Somehow, that felt more like an insult than an apology. And I knew the whole thing was stupid and it really was an honest mistake. Honor didn’t know it happened so I should have just been able to laugh it off. But I couldn’t. It was hard to laugh off something that affected me like it did. But I did my best to fake it.
“It’s fine,” I said with a shrug. “Really. It was such an awkward kiss, anyway. I’m glad it was an accident because I was about two seconds away from slapping you.”
Something in his expression faltered. I forced a smile as I turned and walked to my bedroom without looking back at him.
That was the last time we spoke.
We don’t speak at breakfast, we don’t speak at dinner, we don’t speak when he’s lingering in our living room, watching TV.
But just because we don’t speak doesn’t mean I don’t feel it every time he looks at me. I’m constantly trying to rein in my pulse because it makes me feel guilty that I’m even attracted to him. I don’t like being envious of Honor. I try to tell myself that it isn’t him I’m attracted to. It was the thought of a stranger desiring me enough to kiss me with as much passion as he kissed me that day. That’s what I’m envious of. The idea of it all. It has nothing to do with Sagan or who he is as a person. I don’t even know him enough to know if I would like him as a person. And I don’t want to know that, which is precisely why I avoid him.
But I do know that he doesn’t seem to be Honor’s type. And there’s absolutely no chemistry between them. Or maybe that’s just wishful thinking on my part.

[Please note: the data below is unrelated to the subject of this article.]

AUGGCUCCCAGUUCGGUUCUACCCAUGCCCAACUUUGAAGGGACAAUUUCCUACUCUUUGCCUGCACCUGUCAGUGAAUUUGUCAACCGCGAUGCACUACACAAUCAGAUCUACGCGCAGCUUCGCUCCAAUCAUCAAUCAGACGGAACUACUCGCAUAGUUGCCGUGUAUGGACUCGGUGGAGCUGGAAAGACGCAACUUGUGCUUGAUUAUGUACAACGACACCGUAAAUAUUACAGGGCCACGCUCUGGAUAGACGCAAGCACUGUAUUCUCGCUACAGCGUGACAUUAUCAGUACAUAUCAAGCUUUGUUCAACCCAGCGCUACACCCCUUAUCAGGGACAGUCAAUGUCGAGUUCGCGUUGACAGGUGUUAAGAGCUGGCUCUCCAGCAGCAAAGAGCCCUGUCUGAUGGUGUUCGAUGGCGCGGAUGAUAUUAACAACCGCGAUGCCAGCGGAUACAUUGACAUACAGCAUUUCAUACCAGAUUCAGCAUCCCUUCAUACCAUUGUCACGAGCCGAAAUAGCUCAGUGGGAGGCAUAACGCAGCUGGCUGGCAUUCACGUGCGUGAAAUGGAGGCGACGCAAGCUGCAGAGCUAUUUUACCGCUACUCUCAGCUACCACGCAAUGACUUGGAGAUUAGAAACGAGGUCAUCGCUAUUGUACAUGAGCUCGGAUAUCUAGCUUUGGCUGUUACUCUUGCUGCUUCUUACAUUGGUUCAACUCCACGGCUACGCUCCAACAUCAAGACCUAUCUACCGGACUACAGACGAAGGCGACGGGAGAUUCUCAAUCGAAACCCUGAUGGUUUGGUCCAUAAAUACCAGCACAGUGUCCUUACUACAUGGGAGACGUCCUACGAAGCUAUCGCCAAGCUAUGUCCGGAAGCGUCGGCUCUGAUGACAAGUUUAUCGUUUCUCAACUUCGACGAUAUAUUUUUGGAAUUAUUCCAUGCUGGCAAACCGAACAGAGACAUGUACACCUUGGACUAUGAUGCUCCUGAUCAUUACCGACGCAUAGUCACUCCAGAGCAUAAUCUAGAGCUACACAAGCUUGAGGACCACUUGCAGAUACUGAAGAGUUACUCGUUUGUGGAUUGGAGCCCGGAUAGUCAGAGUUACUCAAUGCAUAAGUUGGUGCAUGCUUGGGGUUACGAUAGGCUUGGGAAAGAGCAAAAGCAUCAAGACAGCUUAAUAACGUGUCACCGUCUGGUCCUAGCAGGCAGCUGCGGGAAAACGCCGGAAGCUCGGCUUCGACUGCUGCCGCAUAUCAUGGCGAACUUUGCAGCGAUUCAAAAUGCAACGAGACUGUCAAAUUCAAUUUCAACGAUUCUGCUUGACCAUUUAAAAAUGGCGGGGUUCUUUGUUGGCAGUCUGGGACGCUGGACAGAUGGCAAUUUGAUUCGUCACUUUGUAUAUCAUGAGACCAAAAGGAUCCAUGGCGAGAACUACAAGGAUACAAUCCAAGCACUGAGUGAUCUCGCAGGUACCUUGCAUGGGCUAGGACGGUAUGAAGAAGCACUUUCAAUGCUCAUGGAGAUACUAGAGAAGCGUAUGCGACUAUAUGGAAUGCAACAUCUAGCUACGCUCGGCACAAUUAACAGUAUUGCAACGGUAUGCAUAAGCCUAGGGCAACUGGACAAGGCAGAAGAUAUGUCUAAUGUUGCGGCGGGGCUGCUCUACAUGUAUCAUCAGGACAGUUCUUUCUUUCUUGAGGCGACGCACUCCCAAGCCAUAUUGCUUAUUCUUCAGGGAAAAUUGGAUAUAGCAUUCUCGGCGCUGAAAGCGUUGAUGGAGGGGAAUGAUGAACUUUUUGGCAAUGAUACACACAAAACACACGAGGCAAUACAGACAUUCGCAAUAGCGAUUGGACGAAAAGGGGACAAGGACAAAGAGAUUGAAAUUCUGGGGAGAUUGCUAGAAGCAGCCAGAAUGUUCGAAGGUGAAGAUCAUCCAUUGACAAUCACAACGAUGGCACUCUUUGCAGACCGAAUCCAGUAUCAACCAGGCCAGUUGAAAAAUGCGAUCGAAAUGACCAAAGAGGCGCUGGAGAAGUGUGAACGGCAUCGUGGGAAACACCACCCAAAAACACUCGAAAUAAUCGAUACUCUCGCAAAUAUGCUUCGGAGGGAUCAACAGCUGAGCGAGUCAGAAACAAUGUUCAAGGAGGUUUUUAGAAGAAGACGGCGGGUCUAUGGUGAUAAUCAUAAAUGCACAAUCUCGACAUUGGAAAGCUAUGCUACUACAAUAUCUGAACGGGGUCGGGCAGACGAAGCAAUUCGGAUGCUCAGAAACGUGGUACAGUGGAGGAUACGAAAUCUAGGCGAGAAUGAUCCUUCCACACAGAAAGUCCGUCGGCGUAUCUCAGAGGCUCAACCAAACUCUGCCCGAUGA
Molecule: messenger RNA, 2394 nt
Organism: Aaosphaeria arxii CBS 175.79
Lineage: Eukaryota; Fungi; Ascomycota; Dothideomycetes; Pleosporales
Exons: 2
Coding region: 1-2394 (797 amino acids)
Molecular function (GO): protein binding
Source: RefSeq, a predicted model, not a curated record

I’ve been doing my very best to tolerate the entire situation, but it’s making me miserable. However, I have a feeling my tolerance won’t be as intolerable now, because misery loves company and the thing I am looking at is most definitely miserable.
Despite it being after midnight, I’m holding open the front door, staring down into the frightened eyes of Wolfgang. The very dog that terrorized my father through many of my childhood years.
What a delightful surprise.
My father hasn’t noticed, but I haven’t been back to school for a while now and my days and nights have been mixed up. I woke up a few minutes ago after everyone else had fallen asleep. I made my way to Quarter One in search of food but before I got to the kitchen, I heard what sounded like scratching against our double front doors. Since we have no animals of the four-legged variety, one would think my first instinct would have been to notify my father of a possible intruder. Instead, I immediately opened the door to investigate the matter myself. If my life were a scary movie, I’d be the first to die.
Wolfgang is whimpering at my feet, covered in mud, shivering from the rain, and from the looks of it, terribly lost. There were several loud claps of thunder that shook the house and woke me up a few times when the storm began to roll through earlier tonight. He probably got spooked and started running until he ended up at the only other place he knows.
I’ve never actually touched the dog before, since we were ordered to stay away from him as children. I reach my hand out, but I do so with hesitancy. Our father once told us he witnessed Wolfgang eat an entire Girl Scout. I realize now that it was a lie, of course, but with Wolfgang’s visit tonight and the ominousness of the moment being heightened by the dark, I’m a bit nervous Wolfgang might assume I’m hiding Thin Mints in my pocket.
But Wolfgang doesn’t eat me, not even partially. Quite the contrary, in fact.
He licks me.
It’s a quick swipe of his tongue that catches my pinky and then releases it, as if it’s more of a peace offering than an appetizer. I open the door a little wider and Wolfgang recognizes it as the welcoming gesture it is and he scurries inside, immediately walks through Quarter One and goes straight for the back door. He then proceeds to paw at the back door as if he wants access to the backyard.
I’ve always assumed Wolfgang was an ignorant dog, so it surprises me he found his way back to his old stomping grounds. But it surprises me even more that he’d rather be outside in the backyard than here inside where it’s dry. I would ask him why he’s making such a poor choice, but he’s a dog.